Null

When we view research, we typically see those that are deemed “successful” research. What that means is that the test worked — that they succeeded in rejecting the null hypothesis, aka that there was no effect at all. However, when we’re only looking at what worked — we’re not looking at what didn’t work. And that means we’re missing out on half the puzzle.

Before we dive in any deeper on this, I want to give a little bit of an introduction to the economy of academia. Essentially the goal within research is to obtain tenure, or “indefinite professorship”. Once you get to tenure, you can do whatever research you want; the department or university effectively no longer has any say in the matter. However, before this, the goal is twofold: to produce a large amount of research, and to produce effective research. That is because this is really all the university is looking for when they’re looking for professors to tenure. And so, we end up having a bias towards small sample quick studies done in order to produce successful results. The conclusion? A system that is completely unsustainable for science.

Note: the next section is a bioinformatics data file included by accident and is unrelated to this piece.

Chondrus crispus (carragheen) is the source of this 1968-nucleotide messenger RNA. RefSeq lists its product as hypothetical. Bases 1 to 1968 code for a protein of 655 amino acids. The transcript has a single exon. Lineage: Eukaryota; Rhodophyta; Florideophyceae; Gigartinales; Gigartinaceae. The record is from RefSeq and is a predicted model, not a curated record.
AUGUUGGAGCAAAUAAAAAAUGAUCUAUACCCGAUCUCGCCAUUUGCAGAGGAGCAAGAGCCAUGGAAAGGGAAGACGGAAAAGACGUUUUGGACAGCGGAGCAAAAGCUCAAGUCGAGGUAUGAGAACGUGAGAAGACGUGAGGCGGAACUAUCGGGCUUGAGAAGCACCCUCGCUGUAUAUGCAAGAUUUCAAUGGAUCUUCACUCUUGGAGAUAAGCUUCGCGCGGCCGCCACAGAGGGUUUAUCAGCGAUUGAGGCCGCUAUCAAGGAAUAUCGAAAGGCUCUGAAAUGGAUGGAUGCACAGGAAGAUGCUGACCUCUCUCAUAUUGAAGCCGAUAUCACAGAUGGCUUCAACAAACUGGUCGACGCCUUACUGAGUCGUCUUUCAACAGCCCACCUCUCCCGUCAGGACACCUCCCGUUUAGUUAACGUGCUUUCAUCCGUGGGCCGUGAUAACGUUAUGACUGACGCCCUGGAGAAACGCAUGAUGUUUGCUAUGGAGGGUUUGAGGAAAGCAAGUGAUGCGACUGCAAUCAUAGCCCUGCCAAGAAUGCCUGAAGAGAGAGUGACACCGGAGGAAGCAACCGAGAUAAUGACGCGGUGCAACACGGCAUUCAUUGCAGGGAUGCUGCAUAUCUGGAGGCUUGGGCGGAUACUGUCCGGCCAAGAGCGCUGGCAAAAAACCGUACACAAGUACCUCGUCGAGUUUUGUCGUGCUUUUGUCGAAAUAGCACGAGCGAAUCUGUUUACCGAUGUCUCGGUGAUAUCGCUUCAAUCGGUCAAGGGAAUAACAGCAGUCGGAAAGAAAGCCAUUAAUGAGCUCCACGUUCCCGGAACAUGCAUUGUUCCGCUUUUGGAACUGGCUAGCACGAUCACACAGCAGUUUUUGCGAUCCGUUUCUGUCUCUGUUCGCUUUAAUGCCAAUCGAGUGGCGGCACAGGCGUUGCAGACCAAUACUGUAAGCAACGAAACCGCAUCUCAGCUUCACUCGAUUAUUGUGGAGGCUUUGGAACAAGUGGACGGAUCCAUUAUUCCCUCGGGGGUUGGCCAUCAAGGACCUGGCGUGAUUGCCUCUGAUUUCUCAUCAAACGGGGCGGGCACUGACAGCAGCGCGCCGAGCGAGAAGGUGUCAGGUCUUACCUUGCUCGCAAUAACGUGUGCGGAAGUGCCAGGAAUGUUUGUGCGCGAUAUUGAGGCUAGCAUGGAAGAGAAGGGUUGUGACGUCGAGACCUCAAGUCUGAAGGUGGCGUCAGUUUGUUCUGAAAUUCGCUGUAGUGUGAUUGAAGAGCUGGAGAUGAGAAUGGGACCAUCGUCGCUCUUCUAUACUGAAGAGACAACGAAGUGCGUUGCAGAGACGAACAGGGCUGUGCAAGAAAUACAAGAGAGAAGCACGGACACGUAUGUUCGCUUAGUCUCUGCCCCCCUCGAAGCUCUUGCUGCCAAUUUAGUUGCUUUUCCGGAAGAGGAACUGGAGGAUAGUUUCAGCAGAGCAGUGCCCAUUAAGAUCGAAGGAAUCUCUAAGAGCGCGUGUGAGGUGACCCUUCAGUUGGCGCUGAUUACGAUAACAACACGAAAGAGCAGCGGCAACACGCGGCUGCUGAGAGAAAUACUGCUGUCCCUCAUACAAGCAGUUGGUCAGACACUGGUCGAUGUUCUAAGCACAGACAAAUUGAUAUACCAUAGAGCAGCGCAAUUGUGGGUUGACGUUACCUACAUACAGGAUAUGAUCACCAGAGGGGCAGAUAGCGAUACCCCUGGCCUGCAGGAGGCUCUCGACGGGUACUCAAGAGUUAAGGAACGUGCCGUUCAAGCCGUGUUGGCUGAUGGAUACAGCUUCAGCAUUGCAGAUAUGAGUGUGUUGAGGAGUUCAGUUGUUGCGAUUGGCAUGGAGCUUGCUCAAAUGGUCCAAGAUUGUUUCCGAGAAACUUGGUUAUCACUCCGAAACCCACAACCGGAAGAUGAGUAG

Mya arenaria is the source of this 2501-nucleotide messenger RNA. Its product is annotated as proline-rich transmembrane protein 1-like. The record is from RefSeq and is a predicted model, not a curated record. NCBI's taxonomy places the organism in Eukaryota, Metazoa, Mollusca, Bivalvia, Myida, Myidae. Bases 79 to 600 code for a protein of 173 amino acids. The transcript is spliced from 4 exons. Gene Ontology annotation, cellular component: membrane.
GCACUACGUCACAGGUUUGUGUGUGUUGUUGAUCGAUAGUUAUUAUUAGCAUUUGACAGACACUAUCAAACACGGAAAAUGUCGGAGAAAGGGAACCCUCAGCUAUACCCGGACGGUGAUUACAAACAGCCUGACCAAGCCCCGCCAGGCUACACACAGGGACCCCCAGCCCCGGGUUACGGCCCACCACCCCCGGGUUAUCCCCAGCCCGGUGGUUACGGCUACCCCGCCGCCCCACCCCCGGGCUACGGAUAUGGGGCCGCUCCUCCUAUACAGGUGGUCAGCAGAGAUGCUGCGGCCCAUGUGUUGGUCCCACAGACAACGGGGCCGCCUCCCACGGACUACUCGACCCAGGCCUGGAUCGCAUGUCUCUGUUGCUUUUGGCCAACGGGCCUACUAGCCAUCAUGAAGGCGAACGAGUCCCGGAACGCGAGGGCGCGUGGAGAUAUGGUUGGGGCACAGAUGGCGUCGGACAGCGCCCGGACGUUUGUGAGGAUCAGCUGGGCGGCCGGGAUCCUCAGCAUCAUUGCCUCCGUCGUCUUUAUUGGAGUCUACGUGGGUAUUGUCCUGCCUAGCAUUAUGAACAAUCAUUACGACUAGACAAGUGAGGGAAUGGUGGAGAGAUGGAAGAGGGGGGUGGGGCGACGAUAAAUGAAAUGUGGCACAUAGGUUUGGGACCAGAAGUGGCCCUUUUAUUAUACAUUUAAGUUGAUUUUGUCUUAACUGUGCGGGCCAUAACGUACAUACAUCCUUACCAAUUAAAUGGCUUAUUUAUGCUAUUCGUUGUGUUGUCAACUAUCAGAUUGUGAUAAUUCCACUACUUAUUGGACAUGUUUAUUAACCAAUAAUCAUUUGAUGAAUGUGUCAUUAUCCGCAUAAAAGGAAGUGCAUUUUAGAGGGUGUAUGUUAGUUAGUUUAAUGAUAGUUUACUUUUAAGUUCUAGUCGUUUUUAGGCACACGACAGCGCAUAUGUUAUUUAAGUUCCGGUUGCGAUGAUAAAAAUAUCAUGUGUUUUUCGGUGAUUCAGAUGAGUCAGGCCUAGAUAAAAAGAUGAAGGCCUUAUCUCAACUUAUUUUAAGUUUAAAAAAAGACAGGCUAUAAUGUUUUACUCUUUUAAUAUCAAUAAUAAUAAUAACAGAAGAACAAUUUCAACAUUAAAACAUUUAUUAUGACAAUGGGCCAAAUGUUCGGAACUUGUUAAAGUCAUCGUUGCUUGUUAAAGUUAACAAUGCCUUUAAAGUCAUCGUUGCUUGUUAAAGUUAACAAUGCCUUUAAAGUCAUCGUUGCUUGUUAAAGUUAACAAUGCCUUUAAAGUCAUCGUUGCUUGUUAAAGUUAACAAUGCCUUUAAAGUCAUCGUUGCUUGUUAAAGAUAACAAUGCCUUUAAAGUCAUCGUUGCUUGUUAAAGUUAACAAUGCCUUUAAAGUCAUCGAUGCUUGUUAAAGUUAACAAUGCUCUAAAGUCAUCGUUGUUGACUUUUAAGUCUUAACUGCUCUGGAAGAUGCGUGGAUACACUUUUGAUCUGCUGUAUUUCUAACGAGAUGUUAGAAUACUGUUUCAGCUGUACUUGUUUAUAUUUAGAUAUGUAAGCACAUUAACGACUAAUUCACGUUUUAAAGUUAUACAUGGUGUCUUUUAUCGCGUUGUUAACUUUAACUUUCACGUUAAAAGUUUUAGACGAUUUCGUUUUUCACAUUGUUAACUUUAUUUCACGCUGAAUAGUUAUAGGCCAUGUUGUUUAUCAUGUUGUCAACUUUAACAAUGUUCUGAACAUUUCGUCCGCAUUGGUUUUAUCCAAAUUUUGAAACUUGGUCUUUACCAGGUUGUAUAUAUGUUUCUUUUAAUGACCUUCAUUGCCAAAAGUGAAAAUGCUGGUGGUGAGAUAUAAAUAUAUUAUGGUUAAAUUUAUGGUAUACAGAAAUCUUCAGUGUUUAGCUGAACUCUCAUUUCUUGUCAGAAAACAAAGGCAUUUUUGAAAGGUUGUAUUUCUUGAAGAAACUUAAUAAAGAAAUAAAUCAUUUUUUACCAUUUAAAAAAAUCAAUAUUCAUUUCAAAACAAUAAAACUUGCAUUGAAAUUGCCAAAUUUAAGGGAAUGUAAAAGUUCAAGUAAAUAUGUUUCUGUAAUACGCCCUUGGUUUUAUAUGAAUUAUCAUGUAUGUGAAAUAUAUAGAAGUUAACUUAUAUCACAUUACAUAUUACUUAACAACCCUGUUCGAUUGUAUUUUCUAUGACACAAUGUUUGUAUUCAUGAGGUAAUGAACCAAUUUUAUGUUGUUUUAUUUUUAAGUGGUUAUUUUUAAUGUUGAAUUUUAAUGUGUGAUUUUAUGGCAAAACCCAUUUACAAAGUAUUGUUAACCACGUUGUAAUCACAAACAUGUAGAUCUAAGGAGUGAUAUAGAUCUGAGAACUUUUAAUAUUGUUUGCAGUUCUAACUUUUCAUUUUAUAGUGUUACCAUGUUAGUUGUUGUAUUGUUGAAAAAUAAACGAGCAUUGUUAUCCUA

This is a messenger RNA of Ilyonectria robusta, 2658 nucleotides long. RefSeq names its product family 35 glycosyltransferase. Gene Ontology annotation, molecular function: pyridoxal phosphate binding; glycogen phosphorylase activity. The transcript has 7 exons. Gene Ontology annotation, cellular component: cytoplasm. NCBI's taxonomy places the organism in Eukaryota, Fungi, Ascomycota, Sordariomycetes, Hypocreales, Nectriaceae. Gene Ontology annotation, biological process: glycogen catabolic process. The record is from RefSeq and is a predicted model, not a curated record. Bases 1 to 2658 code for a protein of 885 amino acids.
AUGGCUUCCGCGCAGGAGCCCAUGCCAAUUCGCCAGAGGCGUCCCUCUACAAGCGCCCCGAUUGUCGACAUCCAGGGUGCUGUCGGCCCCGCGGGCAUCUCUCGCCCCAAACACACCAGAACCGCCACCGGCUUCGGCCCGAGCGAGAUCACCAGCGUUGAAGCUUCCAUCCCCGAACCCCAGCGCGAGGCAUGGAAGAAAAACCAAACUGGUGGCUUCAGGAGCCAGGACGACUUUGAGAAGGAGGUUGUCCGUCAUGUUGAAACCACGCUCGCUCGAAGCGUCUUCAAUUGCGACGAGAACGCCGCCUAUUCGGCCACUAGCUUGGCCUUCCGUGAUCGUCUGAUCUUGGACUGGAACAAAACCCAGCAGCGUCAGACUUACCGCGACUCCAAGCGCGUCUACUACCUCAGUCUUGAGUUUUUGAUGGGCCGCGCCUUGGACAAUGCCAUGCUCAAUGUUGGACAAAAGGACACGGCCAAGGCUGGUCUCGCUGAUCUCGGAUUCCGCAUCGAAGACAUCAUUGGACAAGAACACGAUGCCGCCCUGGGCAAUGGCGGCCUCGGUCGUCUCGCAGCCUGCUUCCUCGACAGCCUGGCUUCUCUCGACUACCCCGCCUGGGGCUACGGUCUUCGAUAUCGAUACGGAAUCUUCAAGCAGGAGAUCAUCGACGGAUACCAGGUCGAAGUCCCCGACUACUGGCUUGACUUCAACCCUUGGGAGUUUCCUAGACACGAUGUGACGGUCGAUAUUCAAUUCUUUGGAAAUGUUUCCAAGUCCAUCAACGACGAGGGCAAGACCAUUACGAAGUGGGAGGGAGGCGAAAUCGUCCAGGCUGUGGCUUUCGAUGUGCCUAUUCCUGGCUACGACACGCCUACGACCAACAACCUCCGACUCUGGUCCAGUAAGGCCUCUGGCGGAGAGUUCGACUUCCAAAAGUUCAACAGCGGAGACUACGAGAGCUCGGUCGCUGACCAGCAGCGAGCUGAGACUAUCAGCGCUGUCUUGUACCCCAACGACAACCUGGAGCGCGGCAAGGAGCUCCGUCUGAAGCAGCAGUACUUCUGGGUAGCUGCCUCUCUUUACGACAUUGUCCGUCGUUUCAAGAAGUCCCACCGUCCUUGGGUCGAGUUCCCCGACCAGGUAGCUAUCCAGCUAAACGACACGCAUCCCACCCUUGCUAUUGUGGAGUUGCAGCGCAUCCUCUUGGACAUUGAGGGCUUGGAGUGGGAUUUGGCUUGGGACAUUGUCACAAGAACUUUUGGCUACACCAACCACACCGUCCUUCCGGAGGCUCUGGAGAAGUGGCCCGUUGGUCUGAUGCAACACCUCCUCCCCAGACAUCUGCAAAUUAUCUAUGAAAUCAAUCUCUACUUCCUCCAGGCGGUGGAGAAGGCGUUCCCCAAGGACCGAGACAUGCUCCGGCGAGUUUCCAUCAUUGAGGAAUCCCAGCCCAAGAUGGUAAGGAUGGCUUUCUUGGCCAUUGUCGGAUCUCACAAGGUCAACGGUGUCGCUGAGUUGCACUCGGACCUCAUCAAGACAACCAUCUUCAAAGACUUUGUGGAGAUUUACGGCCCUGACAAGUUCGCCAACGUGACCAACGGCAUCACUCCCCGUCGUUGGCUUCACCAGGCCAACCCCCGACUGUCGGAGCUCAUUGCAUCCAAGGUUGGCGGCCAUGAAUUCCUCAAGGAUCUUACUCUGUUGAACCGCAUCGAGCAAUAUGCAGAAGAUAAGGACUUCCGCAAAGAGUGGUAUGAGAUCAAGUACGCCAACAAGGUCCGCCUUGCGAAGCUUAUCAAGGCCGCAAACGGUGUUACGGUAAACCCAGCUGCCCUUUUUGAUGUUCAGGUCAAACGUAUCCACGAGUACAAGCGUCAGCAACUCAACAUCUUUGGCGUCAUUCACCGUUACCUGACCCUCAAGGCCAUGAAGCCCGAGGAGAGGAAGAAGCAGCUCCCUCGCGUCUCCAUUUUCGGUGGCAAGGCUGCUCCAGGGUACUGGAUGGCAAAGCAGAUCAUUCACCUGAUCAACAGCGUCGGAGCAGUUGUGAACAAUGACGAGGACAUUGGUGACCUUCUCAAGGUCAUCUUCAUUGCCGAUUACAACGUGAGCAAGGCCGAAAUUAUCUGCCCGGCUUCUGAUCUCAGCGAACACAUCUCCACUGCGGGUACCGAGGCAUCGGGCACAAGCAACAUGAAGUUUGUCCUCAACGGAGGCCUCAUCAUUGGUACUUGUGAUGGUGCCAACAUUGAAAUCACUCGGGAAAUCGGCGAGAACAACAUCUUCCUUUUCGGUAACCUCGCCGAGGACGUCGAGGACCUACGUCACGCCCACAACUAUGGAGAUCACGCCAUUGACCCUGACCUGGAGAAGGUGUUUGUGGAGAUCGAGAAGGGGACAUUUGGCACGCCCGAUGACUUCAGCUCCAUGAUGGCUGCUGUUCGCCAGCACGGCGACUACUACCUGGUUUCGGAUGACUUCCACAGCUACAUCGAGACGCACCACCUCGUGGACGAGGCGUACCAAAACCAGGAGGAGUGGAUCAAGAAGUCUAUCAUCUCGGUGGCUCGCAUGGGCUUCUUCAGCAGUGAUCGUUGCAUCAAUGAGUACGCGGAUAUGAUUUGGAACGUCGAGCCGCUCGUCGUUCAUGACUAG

The goal of science ought to be to find what works and what doesn’t work. When we scrap out what doesn’t work, our overall view of the world ends up getting hurt by it. Of course, a lot of this is driven by the aforementioned tenure track system, prioritizing the research “that works”. What universities ought to understand is that null effects can be just as powerful as significant effects. When you avoid one, you become blind in one eye. You lose depth. And, if we want to continue sustaining our technological trajectory, we cannot lose depth.

 

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